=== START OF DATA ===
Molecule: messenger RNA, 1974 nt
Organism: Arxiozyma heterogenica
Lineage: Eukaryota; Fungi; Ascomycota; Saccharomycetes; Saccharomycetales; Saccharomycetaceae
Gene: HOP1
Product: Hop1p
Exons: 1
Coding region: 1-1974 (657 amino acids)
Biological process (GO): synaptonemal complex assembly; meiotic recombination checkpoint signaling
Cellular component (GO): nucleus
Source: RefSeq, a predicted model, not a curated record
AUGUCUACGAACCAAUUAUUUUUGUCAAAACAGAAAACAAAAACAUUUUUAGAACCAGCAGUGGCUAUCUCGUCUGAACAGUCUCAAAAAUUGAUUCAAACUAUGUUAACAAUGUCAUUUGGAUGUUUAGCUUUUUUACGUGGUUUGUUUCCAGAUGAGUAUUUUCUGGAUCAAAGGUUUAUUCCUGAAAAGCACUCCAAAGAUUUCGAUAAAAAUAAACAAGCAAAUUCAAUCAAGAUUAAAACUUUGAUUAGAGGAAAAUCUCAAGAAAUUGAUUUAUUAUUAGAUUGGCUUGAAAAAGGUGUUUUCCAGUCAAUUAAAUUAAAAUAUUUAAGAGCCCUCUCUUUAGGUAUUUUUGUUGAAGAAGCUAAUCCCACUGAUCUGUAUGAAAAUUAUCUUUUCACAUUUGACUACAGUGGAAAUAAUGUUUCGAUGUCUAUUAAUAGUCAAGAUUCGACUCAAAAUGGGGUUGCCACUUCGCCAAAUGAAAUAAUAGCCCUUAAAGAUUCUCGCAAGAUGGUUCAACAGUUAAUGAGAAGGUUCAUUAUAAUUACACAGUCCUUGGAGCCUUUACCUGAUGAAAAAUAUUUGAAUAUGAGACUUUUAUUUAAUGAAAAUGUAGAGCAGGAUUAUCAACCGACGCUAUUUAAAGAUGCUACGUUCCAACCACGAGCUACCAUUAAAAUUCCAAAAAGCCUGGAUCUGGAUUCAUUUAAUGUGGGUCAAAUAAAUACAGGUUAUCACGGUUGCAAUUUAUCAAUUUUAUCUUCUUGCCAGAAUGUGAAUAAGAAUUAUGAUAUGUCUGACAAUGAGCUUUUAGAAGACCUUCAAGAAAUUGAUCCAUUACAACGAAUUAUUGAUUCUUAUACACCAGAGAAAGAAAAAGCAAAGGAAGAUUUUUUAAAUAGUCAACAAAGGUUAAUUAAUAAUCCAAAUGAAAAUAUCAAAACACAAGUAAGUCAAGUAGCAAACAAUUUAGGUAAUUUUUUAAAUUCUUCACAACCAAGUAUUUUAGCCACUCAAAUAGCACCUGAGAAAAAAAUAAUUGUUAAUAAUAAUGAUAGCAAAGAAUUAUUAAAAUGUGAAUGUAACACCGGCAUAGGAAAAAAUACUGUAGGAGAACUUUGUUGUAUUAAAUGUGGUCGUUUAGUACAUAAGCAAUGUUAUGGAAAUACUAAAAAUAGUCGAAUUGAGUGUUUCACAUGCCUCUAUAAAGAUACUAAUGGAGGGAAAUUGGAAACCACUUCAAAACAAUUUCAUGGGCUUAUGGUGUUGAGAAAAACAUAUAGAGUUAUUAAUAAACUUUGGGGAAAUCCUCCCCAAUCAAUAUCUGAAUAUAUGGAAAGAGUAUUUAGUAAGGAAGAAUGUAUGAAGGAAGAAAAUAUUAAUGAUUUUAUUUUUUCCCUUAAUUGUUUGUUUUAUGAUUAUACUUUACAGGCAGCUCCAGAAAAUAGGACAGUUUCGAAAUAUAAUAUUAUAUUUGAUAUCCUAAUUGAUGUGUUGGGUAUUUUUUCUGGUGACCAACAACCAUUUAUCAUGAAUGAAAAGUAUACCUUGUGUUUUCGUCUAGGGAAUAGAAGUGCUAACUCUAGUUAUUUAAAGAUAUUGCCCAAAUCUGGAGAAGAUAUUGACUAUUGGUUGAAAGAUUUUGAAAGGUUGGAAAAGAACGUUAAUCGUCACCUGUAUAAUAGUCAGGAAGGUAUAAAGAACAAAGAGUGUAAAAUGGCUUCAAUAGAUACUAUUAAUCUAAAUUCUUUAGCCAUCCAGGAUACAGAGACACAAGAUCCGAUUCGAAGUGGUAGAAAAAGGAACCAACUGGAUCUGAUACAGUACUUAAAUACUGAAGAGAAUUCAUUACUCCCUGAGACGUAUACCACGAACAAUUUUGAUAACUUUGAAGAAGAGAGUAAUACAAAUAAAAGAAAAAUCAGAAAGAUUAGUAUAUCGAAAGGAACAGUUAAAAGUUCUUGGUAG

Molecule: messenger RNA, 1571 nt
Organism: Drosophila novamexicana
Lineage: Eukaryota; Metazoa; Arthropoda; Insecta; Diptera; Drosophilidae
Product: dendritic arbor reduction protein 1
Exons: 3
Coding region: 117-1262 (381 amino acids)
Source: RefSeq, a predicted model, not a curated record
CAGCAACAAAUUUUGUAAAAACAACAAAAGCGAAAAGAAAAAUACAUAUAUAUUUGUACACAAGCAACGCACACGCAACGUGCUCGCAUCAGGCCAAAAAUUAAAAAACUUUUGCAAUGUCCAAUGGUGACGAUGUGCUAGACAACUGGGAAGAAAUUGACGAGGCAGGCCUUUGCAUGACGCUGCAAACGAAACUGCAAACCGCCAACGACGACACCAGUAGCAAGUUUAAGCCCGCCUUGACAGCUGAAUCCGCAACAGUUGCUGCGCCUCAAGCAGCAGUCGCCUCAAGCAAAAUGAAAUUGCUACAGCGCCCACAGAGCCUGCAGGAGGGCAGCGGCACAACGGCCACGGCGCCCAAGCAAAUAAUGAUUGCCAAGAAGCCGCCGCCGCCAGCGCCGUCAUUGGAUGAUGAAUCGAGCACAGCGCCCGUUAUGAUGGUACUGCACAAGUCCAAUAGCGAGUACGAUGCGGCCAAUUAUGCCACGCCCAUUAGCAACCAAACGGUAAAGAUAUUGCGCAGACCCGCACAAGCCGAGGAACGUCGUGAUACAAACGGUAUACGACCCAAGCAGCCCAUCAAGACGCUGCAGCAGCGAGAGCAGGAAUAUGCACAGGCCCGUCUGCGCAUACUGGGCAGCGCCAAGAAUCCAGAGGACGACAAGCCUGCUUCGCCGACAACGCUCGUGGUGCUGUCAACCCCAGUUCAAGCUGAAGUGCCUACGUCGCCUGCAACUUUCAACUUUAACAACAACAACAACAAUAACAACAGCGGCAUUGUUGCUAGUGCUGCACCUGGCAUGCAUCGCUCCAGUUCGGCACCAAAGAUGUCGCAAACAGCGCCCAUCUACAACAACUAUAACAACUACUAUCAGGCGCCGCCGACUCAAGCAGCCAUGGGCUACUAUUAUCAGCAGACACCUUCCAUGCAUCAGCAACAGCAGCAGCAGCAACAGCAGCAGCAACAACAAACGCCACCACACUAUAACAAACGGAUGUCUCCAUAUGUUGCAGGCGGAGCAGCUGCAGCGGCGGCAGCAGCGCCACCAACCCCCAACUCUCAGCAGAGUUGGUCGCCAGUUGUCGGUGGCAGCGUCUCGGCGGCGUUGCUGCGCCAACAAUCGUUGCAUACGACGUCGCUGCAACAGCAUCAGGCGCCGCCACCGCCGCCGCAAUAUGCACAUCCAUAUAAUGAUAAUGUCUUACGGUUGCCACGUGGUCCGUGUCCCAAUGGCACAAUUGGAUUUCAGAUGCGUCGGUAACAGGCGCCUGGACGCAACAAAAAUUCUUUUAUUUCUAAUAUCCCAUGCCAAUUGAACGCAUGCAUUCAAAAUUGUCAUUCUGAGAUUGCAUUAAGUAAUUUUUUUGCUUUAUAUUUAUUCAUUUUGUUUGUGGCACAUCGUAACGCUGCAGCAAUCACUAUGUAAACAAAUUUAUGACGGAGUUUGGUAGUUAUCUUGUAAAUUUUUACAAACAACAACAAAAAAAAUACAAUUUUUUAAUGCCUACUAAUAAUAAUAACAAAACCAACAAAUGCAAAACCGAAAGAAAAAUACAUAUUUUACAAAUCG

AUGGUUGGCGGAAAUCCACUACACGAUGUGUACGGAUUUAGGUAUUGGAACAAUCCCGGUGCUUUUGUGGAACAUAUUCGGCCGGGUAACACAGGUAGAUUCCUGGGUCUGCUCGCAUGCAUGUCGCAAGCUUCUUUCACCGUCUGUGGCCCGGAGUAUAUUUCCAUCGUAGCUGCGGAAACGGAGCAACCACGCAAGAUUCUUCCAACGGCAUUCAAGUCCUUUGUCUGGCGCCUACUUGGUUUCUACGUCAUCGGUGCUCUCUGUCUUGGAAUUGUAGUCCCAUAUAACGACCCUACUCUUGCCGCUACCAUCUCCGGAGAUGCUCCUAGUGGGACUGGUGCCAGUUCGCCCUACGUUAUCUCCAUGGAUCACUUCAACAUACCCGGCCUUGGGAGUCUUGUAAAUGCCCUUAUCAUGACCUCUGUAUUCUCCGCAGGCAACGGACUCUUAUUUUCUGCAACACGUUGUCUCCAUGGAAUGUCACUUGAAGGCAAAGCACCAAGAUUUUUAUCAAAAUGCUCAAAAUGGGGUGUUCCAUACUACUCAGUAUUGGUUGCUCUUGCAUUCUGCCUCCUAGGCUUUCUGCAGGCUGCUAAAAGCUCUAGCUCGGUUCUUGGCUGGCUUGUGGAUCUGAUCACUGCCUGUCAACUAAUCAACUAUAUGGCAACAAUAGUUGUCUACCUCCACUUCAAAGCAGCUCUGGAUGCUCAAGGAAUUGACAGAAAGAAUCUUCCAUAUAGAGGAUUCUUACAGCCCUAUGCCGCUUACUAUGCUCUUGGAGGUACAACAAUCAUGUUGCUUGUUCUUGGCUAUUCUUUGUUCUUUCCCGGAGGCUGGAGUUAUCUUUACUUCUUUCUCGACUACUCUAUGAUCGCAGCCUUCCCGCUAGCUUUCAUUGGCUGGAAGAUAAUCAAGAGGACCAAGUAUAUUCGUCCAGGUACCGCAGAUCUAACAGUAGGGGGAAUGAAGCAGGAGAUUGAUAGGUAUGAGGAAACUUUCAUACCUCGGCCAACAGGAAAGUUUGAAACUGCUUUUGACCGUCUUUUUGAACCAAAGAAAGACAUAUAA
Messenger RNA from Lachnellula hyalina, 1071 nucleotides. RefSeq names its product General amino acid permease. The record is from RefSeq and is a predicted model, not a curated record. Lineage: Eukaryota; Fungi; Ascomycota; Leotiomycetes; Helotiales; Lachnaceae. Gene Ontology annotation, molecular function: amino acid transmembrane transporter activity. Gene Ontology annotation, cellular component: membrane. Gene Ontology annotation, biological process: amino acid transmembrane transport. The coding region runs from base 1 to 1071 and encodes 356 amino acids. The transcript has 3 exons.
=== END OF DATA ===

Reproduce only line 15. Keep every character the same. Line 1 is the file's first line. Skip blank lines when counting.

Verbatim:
Product: dendritic arbor reduction protein 1